I was disappointed that the cover of your Sept. 8 issue once again gave all the glory to Ohio State (Let's Play, Sept. 8). The most impressive performance at the beginning of this college football season was USC's 23-0 domination of highly ranked Auburn. Cover recognition of the Trojans as one of the best teams in the country is long overdue.
ROBERT W. PHILLIPS
At the Bottom
Thank you for Prisoners of Depression (Sept. 8). Having suffered from bipolar disorder since I was eight-years-old (I am now 53), I know what the people you wrote about have gone through. Hopefully, your article will wake up some people as to how devastating the problem can be, and those who suffer from it will get some help. Thanks to you, my husband now better understands my condition.
JUDITH F. CROOKS, San Antonio
I was dismayed to see your article on the supposed success of antidepression pills with athletes. You failed to print the legal jargon telling us of the potentially horrendous side effects of these drugs. You also omitted the well-documented incidents of children and adults committing harrowing acts while their minds are altered by these drugs. If you are going to report on a subject as controversial as psychiatry or psychology, please cover both sides of the story.
JESSE REISS, Los Angeles
Congratulations on L. Jon Wertheim's article on depression. It will save some careers and probably some lives.
MARIAN GREEN, Marion, S.C.
He Looks Good in Shorts
As a female employee of a WNBA team, it was refreshing to read Steve Rushin's I Feel Like a Piece of Cheesecake (AIR AND SPACE, Sept. 8). My husband of five months has recently experienced his first summer of WNBA excitement. Although he can't be found sporting Phoenix Mercury shorts while playing flag football, he can fully relate to Steve's experiences of following his wife around the country. Best of luck to both Steve and Rebecca on their new marriage. By the way, shouldn't Steve's byline have read STEVE RUSHIN-LOBO?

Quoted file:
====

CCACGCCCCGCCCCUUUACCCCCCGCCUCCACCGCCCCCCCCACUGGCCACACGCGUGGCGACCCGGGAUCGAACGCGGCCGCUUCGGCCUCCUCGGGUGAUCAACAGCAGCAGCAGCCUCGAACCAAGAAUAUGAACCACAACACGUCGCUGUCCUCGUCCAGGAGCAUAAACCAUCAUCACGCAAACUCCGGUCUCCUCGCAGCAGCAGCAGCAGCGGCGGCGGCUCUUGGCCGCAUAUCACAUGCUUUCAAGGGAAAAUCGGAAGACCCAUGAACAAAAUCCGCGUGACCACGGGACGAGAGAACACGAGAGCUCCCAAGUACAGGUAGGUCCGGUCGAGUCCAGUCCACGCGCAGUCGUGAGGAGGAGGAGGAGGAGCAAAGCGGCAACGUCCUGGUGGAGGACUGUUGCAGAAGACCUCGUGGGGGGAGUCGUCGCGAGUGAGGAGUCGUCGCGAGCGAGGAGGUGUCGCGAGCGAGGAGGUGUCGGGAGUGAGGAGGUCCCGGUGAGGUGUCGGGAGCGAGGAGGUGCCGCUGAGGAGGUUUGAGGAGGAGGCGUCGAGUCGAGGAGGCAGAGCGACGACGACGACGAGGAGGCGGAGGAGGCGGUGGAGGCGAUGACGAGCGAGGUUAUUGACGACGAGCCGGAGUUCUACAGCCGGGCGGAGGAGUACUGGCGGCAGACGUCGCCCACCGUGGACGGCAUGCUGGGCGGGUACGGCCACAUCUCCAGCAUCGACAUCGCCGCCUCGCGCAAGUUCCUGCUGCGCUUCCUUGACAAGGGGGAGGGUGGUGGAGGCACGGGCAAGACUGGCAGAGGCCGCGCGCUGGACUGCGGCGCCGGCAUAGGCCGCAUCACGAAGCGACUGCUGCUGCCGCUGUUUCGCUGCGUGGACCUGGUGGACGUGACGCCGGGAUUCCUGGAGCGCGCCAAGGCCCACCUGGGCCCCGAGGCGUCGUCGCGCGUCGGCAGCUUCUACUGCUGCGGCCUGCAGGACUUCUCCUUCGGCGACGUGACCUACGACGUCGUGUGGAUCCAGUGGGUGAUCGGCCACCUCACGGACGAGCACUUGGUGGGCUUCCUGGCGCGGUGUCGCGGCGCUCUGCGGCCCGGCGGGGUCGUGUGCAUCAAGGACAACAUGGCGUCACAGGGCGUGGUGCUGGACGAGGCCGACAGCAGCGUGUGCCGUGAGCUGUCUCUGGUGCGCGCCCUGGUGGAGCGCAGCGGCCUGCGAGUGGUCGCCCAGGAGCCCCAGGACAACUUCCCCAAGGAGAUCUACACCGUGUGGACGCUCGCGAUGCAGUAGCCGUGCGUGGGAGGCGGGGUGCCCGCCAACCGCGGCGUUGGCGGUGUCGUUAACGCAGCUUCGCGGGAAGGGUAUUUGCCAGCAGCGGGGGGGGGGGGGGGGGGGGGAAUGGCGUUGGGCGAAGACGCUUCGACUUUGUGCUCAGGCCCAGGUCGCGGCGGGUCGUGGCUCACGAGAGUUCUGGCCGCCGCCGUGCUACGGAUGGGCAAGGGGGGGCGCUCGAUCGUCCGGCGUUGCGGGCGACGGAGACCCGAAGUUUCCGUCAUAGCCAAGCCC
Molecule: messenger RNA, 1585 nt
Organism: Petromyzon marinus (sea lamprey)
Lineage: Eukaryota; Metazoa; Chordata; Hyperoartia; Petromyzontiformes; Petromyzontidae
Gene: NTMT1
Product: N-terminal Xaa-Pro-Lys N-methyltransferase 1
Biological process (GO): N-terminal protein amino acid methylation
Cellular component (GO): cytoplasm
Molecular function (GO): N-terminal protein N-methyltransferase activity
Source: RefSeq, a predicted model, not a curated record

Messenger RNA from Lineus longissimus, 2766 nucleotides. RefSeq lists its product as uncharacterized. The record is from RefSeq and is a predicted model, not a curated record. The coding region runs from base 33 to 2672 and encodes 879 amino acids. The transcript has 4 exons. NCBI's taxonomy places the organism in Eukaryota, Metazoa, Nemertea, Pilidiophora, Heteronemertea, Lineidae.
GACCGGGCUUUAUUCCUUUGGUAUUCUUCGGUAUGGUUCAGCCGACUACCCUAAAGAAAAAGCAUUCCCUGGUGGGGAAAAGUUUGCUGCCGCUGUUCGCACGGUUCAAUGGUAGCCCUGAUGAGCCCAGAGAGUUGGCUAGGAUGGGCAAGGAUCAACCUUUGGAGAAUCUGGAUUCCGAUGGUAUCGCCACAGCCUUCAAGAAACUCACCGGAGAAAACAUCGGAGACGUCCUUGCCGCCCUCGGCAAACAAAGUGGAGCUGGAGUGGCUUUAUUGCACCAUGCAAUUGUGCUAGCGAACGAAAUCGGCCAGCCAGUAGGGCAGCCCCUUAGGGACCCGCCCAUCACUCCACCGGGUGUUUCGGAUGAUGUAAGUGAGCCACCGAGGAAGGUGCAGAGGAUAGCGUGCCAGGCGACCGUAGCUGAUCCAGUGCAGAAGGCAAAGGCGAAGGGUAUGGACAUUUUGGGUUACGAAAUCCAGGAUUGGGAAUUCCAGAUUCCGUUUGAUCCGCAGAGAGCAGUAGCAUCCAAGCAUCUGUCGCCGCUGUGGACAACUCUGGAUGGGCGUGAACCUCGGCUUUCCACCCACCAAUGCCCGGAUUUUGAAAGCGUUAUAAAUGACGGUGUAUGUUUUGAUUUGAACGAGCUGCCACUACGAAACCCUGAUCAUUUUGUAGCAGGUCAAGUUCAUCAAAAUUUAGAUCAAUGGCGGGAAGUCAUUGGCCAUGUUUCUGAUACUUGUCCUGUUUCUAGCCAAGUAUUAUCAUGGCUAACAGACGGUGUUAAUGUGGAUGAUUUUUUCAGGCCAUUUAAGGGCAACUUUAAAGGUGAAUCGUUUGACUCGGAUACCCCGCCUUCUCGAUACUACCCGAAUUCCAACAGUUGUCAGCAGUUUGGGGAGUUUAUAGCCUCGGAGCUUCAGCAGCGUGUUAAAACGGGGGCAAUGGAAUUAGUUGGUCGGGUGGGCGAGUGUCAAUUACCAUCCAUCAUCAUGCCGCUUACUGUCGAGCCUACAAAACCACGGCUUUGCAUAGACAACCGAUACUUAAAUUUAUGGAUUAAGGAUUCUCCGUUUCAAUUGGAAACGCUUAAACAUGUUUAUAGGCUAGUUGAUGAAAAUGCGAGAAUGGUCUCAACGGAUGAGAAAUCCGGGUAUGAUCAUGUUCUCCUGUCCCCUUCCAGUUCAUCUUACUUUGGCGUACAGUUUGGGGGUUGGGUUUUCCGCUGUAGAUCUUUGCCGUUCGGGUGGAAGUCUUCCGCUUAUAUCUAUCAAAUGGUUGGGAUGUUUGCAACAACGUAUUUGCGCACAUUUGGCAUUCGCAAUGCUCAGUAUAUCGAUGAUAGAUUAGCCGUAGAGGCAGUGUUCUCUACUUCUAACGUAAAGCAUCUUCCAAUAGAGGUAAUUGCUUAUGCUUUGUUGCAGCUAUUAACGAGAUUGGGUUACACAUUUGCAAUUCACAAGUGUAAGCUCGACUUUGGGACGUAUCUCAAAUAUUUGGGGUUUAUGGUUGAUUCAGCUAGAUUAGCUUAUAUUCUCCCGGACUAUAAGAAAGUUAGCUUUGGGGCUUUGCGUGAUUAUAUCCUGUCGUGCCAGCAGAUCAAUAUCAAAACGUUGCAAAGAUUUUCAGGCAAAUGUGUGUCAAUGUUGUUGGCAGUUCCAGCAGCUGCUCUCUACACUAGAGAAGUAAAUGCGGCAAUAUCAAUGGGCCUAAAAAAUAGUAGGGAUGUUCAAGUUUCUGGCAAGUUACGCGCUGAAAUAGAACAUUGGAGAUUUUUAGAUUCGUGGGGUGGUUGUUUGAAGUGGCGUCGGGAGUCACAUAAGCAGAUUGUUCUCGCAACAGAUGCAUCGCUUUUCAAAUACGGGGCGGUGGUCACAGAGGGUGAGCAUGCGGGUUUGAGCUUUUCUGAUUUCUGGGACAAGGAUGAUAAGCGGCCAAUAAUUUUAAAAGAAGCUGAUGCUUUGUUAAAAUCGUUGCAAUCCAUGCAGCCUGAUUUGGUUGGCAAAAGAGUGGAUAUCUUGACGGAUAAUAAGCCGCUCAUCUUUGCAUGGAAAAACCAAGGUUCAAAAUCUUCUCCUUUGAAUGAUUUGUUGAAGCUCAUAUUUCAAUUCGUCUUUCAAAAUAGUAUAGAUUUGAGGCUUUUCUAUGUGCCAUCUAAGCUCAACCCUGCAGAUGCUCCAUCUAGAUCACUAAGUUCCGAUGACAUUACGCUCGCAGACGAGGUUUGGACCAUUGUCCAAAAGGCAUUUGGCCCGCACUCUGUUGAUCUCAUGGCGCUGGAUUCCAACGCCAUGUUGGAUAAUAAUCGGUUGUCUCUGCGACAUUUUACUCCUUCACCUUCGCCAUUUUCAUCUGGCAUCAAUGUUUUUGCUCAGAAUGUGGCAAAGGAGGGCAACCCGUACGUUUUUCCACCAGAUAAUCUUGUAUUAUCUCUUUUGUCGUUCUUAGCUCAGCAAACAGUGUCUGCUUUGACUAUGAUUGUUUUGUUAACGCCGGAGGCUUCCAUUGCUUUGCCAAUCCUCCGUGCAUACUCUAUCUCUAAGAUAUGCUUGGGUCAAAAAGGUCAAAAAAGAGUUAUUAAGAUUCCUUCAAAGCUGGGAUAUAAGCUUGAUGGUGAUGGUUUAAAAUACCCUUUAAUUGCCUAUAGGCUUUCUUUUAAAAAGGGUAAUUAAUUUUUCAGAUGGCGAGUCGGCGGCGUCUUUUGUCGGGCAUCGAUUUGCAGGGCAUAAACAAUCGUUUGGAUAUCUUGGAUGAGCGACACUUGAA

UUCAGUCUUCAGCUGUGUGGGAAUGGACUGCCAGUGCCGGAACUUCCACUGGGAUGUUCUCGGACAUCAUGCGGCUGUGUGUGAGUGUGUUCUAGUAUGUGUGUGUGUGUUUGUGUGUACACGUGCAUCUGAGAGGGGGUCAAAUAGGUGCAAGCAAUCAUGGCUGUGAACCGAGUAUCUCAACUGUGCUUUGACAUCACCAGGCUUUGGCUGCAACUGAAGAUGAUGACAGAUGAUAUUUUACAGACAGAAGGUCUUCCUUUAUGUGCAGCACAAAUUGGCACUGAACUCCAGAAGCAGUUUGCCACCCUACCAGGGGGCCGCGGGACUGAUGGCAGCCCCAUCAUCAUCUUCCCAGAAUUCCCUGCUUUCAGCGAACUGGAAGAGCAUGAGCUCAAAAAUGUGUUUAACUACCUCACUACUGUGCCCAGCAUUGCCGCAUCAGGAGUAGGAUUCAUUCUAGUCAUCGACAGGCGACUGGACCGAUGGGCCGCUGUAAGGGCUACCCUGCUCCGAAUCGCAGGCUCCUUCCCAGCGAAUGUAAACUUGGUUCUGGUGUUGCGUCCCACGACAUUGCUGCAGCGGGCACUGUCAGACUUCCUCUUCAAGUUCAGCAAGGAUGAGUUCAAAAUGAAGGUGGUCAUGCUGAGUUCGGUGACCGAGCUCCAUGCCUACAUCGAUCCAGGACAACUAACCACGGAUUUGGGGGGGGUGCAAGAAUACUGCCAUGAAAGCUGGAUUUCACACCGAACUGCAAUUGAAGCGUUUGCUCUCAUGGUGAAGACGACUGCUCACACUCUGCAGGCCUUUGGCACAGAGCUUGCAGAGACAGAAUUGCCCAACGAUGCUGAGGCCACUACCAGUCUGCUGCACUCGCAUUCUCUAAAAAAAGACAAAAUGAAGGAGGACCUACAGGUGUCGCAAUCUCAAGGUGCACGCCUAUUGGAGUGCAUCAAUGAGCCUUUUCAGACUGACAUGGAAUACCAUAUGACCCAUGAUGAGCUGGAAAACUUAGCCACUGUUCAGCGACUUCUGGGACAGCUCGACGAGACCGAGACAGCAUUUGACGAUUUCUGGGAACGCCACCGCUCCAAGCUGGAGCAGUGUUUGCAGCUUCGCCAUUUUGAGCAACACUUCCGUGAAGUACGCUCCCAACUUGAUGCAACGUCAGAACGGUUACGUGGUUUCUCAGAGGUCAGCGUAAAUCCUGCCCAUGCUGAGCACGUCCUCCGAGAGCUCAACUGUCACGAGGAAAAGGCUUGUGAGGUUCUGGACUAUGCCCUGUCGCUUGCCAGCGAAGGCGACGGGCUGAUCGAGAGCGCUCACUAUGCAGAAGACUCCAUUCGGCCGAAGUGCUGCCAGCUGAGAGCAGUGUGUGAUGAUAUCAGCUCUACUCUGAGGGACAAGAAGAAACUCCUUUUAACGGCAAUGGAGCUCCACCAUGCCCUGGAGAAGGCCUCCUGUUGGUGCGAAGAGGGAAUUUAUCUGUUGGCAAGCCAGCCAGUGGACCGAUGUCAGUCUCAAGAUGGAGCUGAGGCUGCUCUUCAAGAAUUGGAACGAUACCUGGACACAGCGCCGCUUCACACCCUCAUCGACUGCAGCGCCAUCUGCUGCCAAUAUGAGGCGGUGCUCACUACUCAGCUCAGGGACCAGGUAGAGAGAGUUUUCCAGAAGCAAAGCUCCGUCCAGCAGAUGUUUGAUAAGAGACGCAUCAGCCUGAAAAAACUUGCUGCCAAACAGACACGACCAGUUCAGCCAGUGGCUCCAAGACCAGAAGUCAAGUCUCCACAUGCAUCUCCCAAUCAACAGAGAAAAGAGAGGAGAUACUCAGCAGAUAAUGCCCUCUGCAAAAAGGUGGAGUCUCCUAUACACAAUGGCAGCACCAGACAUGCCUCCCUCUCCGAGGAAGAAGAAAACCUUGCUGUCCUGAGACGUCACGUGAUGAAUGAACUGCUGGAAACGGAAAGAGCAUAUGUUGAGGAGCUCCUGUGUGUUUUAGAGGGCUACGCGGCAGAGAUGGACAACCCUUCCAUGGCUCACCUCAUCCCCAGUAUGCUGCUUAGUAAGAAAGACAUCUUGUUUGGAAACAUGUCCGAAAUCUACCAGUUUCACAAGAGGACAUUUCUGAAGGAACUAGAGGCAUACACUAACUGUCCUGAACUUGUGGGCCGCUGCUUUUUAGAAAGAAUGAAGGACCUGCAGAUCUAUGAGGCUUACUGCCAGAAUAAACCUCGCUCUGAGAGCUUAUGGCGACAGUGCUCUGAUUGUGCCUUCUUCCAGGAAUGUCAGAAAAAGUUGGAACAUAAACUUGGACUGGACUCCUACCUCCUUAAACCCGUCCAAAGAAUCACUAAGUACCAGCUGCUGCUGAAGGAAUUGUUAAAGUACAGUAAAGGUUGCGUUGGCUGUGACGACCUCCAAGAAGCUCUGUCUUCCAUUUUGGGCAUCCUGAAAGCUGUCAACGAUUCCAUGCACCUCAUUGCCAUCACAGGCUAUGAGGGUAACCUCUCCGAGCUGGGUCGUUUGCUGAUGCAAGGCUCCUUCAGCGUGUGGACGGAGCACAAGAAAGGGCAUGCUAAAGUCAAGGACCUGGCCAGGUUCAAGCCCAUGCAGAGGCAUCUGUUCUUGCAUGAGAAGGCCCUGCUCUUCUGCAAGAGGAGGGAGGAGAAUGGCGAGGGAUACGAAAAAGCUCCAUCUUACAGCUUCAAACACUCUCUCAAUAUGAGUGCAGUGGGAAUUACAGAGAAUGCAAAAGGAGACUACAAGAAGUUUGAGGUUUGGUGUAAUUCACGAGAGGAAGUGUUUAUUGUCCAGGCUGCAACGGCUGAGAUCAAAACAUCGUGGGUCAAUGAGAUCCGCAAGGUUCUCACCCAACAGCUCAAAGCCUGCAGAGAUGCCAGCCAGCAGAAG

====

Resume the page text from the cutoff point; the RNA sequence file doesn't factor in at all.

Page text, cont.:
Tami Nealy, Chandler, Ariz.
Axed in Indiana
Jack McCallum feels that Isiah Thomas did a good job, going 131-115 over the last three years, and bemoans his fate (SCORECARD, Sept. 8). However, Thomas took over a team that had gone 147-67 over the three years before his arrival. Furthermore, Thomas's teams lost in the first round of the playoffs in three consecutive years, while in the three years before he took over, Indiana made it to the Eastern Conference finals twice and the NBA Finals once. I'd say the only question is why Indiana waited so long to fire Isiah.
George Padoll, Fort Myers, Fla.
The Enemy of My Enemy
Although I am a die-hard New York Mets fan, I have to agree with Charles P. Pierce that the Yankees-Red Sox rivalry is the game's best (A Whale of a Weekend, Sept. 8). I always tune in to root for a Yankees loss. There'd be nothing better than to see Boston knock the $150 million dynasty out of first place, not to mention that we Mets fans owe the Red Sox some support for that 1986 gift from Bill Buckner.
MIKE MERY, Ossining, N.Y.
Songs in the Key of Strife
After reading Rick Reilly's article on celebrity singers at Wrigley Field (THE LIFE OF REILLY, Sept. 8), I believe the Cubs' marketing department need look no further for its next celebrity singer. How about it, Rick?
JEFF APPELGATE, Prosser, Wash.
The Cubs may never win a World Series, and they may never get back to the playoffs, but I will still love them. The only thing that will make me not love the Cubs is if they allow Ozzy to sing again.
TREY HOSFORD, Lake City, Fla.
I got the chance to attend a Cubs game when Harry Caray was still around to lead the seventh-inning stretch, and everybody in the park had a great time singing with him. The game went into extra innings—all the way to the 14th—and I remember wondering whether Harry would lead a second sing-along. When the top of the inning ended, almost everyone still there (it was after midnight on a Sunday) stood up and turned toward the press box. Harry, though, was nowhere to be seen. I assumed it was way past his bedtime. After a few seconds folks started singing anyway, and pretty soon the whole place was having an even better time singing Take Me Out...Part 2.1 don't remember whom the Cubs were playing, much less who won, but I do remember getting a whole new sense of what it means for baseball to be our national pastime.
STEVE ENGELHARDT, Lawrenceburg, Ind.